Speaking of scalp buildup, buildup from products, pollution, or even hard water can suffocate hair follicles, preventing them from obtaining the moisture and protein they need to thrive.
An occasional detox is a great way to keep buildup at bay. When searching hair products online or in-store, you may notice that there are quite a few clarifying shampoos on the market. You’ll want to choose one that won’t strip your scalp or strands but will, instead, gently remove buildup and hydrate your hair. It’s also important to choose styling products free from silicones, sulfates, parabens, and other harmful ingredients that can build up on your scalp.
4. Brush Your Hair
5. Stay hydrated
6. Treat your scalp right
For example, if you’re experiencing scalp dryness and all the side effects that come with it, you may want to consider a leave-in treatment to moisturize your scalp and help restore its microbiome. If you want to achieve thicker-, fuller-looking hair, you might consider a nighttime treatment to fight the effects of environmental stressors. You may even want to use such products together to combat dryness and hair thinning at the same time.
When evaluating treatments, be sure to look for products formulated with ingredients such as jojoba esters and vitamins that nourish and moisturize your scalp, while restoring the skin barrier for prolonged, balanced hydration.
7. Massage your scalp
Good circulation can support scalp health by delivering oxygen and key nutrients to hair follicles. You can increase blood flow and stimulate the skin cells in your scalp by massaging it with your fingertips or with a specialized massager. Massaging a scalp when applying products and treatments can even enhance their performance — plus, who doesn’t enjoy a good scalp massage?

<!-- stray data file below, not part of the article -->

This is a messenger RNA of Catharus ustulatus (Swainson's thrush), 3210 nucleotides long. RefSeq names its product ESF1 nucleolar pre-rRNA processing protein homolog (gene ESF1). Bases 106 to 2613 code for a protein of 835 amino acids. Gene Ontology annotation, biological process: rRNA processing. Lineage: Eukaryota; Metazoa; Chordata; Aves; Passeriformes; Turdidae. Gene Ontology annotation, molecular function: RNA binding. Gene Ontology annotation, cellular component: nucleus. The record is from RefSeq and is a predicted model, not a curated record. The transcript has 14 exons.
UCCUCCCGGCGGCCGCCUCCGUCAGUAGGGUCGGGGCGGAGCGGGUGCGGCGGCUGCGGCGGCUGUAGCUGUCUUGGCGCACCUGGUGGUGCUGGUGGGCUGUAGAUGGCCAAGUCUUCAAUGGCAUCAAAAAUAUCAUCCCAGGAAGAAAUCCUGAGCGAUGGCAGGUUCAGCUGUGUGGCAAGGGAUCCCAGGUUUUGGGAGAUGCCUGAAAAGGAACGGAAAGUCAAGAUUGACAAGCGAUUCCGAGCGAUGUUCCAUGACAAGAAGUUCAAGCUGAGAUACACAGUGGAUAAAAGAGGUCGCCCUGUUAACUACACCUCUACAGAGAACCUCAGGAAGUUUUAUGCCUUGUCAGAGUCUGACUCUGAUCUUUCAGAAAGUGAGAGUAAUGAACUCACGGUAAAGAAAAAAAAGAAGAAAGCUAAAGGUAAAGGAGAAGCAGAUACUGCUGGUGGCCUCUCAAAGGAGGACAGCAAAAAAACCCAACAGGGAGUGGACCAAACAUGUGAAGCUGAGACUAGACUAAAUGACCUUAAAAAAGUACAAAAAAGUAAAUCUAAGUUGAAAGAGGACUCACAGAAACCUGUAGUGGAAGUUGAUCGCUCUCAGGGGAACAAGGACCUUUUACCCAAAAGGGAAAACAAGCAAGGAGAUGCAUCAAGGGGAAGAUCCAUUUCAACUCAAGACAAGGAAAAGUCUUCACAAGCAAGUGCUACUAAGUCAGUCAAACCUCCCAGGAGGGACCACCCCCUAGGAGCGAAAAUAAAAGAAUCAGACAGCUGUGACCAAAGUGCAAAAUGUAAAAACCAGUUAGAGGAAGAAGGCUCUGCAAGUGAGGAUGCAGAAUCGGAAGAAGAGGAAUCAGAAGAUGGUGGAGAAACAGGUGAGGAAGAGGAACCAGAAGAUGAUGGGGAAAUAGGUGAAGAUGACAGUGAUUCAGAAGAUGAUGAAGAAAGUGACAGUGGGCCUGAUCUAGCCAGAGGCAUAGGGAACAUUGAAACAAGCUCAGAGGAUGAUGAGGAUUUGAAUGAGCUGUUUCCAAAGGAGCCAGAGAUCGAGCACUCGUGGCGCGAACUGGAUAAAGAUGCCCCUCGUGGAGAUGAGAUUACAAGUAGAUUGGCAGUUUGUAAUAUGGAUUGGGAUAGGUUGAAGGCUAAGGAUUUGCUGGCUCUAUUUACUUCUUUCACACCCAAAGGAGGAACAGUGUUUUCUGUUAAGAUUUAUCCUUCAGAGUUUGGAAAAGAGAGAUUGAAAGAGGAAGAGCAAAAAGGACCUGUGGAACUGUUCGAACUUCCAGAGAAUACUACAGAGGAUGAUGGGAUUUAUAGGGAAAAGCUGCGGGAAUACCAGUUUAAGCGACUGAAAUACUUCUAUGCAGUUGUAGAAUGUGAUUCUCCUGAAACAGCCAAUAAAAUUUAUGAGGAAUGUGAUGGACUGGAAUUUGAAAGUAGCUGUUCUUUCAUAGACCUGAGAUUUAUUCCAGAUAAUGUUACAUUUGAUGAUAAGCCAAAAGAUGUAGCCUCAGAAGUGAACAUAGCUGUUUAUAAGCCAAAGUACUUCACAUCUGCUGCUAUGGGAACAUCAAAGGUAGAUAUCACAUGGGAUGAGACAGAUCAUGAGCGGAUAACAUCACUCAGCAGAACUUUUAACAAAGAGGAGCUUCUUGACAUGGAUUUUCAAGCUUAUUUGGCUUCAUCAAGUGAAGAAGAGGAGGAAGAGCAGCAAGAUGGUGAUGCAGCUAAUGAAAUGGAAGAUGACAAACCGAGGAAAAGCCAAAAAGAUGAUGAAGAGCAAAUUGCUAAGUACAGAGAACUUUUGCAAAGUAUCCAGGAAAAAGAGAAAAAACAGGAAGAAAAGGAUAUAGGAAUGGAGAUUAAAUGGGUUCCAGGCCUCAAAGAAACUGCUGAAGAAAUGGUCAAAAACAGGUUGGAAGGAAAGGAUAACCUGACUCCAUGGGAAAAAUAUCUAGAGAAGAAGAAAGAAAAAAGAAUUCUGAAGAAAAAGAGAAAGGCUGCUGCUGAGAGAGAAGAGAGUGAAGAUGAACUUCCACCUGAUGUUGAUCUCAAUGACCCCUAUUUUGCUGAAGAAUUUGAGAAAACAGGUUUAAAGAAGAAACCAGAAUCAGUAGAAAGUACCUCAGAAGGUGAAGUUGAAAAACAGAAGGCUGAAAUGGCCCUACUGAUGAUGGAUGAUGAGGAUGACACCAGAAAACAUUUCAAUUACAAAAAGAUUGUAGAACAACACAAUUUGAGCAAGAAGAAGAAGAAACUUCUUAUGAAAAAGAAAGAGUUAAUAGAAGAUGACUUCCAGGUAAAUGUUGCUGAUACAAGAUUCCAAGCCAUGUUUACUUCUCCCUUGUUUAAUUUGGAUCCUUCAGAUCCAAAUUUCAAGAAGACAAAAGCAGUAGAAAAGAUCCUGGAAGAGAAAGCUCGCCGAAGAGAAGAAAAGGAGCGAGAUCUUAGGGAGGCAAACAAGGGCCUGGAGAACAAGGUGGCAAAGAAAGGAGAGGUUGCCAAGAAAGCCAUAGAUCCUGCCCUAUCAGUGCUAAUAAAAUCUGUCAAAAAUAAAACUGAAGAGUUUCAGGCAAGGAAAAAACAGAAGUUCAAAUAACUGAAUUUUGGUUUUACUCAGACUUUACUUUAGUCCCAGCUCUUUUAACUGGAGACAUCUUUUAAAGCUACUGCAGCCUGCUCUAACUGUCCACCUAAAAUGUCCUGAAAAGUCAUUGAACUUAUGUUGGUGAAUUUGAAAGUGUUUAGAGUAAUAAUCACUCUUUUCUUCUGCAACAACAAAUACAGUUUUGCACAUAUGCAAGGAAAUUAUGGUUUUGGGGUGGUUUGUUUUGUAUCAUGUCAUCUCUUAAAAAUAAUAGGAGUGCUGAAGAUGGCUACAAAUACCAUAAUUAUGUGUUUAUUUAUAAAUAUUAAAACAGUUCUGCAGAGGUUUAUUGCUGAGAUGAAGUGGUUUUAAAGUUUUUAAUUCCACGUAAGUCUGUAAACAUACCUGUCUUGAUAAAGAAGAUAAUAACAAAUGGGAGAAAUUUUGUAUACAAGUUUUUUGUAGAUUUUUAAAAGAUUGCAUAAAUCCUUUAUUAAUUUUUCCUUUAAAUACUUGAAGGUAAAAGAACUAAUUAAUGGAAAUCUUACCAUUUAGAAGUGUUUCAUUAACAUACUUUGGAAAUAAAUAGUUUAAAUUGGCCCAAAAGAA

8. Avoid harsh chemicals
Certain surfactants — chemical compounds often used as cleansing agents in hair products — have been shown to be irritating to the skin and scalp. To maintain a healthy scalp, it’s best to stick with milder-sulfate free cleansers.
Additionally, leave hair coloring and chemical processing to the professionals. They know best how to minimize product contact with your scalp to reduce irritation and can ensure that it’s effectively rinsed out after treatment. If, however, you prefer to bleach or color your hair at home, be mindful not to leave the treatment on for any longer than recommended and rinse well to make sure nothing is left behind that could irritate your scalp.
9. Avoid excessive heat styling
As much as you may love the look of pin-straight hair or sleek waves, too much heat styling — particularly with a blow dryer — can dry out your scalp, causing itchiness, irritation, and, in some cases, dandruff. Try to space out heat styling when possible and to avoid direct exposure to heat. If you use a concentrating nozzle on your dryer, make sure it’s directed away from the scalp down the length of your hair to reduce exposure. Finally, as a general haircare tip, be sure to use a heat protectant spray to minimize damage to your strands.
10. Protect your scalp from the sun
UV radiation is a leading cause of scalp irritation and, if left unchecked, can lead to more serious skin conditions. On days when you know you’ll be outside for extended periods of time, apply sunblock to exposed areas or wear a hat to protect your scalp from the sun’s rays.
Maintaining a healthy scalp is just as essential as any other part of your haircare routine. By following these simple scalp care tips — and by using Living Proof’s science-backed Scalp Care collection — you can ensure that your scalp stays happy and healthy, and that your hair always looks and feels its best.
Need help finding the best product for your hair type and texture? Take Living Proof’s Haircare Quiz to get custom recommendations and find the right shampoo and conditioner to achieve your hair (and scalp!) goals.